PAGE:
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Live Review: The Gutter Twins, Los Angeles

Live Review: The Gutter Twins, Great Northern – Avalon – Los Angeles, CA – ARTISTdirect News
Though it started out as a joke when the affable, and mostly facetious, Afghan Whigs and Twilight Singers frontman, Greg Dulli, told a journalist that he and former Screaming Trees singer, Mark Lanegan, were going to start a band, they’re the ones who are laughing (maybe even cackling) now. So, here’s the punchline: The Gutter Twins. Get it? Climbing out of the bowels of their ’90s indie-rock star trauma, they bear the battle scars of the their heyday, only adding to the romantic and morose qualities of their voices and music. And to that effect, this pair are quite possibly one of the best side-projects in rock. The gregarious, multi-instrumentaling Dulli and the reticent, magnetic Langean have found in each other the sonic ying to the other’s yang.

Before the pair take stage, high profile Los Angeles band, Great Northern, took the stage. This show proved to be the biggest of their career thus far, as the band mostly plays to local devotees in much smaller clubs. But, that didn’t seem to phase the seasoned set of musicians, led by keyboardist and vocalist Rachel Stotle and guitarist and vocalist Solon Bixler, playing a handful of tracks off their new EP, cleverly titled Sleepy Eepy. On a bare stage, only adorned with bright red twinkling lights, the band shift between delicate slow-core intensity and bonafide indie-pop. Stotle, though donned in an awkward all-black outfit and somewhat pase fingerless gloves (this is Los Angeles, after all), has a lovely alto voice that commands attention no matter what tempo the song.

And, now for something completely different. Coming on stage, flanked by four other musicians (keyboardist, guitarist, bassist and drummer), Dulli and Lanegan take center stage, with Dulli on stage right barely containing his enthusiasm, addressing the audience with bravado and waving around his cigarette like a 4th of July sparkler, while Langean holds down stage left, rooting himself like a majestic, decaying Oak with both hands firmly planted on his mic stand.

With the lights dimmed to an eery cobalt blue glow, the sextet lured us into their just-above-subterranian world, mixing their indie rock background with elements of prog, metal and goth. Three songs in, the duo burst into “Idle Hands,” the first single off Saturnalia, which sees Mark Lanegan taking vocal lead. It’s near impossible to describe the warm, rich, yet hollow quality to Lanegan’s signature baritone, but on this chugging, metal-influenced track he sounds like the voice of Lucifer before falling from Heaven into his role of Satan; persuasively sweet and beautiful, but laced with an eminent danger.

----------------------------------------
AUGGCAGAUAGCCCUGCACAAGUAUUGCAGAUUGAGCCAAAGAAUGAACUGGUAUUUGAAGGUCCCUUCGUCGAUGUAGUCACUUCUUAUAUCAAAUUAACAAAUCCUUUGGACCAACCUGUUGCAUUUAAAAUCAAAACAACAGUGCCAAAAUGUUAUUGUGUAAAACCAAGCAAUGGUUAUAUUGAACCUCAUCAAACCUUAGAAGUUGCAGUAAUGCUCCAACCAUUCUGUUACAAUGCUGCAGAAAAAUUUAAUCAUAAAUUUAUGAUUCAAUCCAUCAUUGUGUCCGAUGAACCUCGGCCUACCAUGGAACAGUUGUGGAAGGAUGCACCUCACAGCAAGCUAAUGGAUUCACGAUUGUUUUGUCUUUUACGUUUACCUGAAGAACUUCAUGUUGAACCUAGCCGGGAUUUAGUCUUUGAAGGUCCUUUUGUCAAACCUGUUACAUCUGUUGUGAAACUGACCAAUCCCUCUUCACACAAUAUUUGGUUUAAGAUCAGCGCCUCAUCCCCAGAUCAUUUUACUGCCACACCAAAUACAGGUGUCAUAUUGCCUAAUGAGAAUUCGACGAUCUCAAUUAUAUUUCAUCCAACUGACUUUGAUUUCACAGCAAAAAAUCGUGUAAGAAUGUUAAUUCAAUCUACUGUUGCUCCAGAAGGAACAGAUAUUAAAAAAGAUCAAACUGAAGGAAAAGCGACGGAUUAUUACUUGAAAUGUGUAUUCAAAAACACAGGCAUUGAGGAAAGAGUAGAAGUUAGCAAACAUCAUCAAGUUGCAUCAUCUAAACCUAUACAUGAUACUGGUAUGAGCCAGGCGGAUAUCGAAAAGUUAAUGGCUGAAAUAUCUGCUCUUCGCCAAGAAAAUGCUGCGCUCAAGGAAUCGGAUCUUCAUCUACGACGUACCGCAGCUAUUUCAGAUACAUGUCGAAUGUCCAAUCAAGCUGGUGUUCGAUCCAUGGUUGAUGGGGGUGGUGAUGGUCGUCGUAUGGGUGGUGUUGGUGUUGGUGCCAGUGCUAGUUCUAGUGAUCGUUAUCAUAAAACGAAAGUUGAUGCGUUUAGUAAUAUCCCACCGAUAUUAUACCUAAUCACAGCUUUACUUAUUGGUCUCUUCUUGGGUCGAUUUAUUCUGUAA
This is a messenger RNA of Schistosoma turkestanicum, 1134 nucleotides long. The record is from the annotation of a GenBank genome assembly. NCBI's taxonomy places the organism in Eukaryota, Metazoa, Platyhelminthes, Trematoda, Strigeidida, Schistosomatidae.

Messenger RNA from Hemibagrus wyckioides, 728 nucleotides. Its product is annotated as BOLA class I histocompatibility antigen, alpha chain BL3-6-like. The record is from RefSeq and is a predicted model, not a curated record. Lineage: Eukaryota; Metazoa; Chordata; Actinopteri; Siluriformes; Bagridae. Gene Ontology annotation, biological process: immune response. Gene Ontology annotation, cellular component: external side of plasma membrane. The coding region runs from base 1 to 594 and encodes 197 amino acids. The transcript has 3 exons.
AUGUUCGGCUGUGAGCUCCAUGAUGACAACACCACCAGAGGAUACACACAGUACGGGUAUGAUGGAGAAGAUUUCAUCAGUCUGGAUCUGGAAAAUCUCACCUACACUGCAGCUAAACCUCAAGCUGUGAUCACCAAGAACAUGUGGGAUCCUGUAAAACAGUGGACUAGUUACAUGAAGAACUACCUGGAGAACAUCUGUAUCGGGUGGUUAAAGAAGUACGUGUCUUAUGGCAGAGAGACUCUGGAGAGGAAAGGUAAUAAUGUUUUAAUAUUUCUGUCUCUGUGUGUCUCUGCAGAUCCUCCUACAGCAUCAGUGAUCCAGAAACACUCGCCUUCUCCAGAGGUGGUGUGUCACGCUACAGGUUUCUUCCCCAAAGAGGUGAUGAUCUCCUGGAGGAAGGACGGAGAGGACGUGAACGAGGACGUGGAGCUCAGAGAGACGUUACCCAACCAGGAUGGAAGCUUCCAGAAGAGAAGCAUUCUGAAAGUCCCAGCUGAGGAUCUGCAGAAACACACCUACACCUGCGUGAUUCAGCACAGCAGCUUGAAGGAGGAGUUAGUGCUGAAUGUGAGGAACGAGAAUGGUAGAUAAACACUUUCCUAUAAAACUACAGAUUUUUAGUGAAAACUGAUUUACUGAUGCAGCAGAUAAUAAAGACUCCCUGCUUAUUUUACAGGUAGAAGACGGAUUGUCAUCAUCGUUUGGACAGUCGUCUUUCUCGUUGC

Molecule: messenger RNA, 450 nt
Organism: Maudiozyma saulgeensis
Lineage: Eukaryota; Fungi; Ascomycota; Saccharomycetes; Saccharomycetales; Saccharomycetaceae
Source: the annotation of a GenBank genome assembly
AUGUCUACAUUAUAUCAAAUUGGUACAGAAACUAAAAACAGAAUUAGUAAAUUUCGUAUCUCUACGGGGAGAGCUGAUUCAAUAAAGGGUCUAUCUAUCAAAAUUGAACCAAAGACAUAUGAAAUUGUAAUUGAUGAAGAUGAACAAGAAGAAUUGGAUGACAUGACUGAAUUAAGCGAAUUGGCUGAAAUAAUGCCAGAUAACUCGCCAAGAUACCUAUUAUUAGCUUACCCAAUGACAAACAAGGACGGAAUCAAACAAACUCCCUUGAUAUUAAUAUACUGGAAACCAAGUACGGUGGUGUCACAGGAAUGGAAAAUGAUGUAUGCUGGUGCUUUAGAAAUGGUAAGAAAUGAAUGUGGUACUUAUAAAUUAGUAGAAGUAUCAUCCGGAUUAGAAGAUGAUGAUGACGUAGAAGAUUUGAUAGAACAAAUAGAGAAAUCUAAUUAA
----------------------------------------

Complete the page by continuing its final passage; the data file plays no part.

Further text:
Just as the album itself sweeps from morbid ballads into full-blown rockers, Dulli picks up the pace and shouts in between lulls, “Get your fucking hands in the air, Los Angeles,” and at his behest, the normally-blase crowd complies. Dulli continues playing emcee, as he introduces the rest of the band, and when he’s introduced everyone but himself, the audience gets a special treat: three words from the non-singing voice of Lanegan, “Mister Greg Dulli,” a feat which was acknowledge by raucous applause. Dulli then took a turn at the keyboards and lead vocals on tracks like, “Circle the Fringes” and finally closed with Dulli back on guitar with the lyrically prolific “Front Street.” Though the duo denied us an encore, the set was more enough, featuring mostly all of the album tracks as well as a Massive Attack cover (“Live With Me”) and one from Jose Gonzalez (“Down the Line”). It’s the sort of style and sound you’d expect from both of the musicians, given their past works, but tonight the whole is definitely equal to the sum of its parts.

—Danielle Allaire

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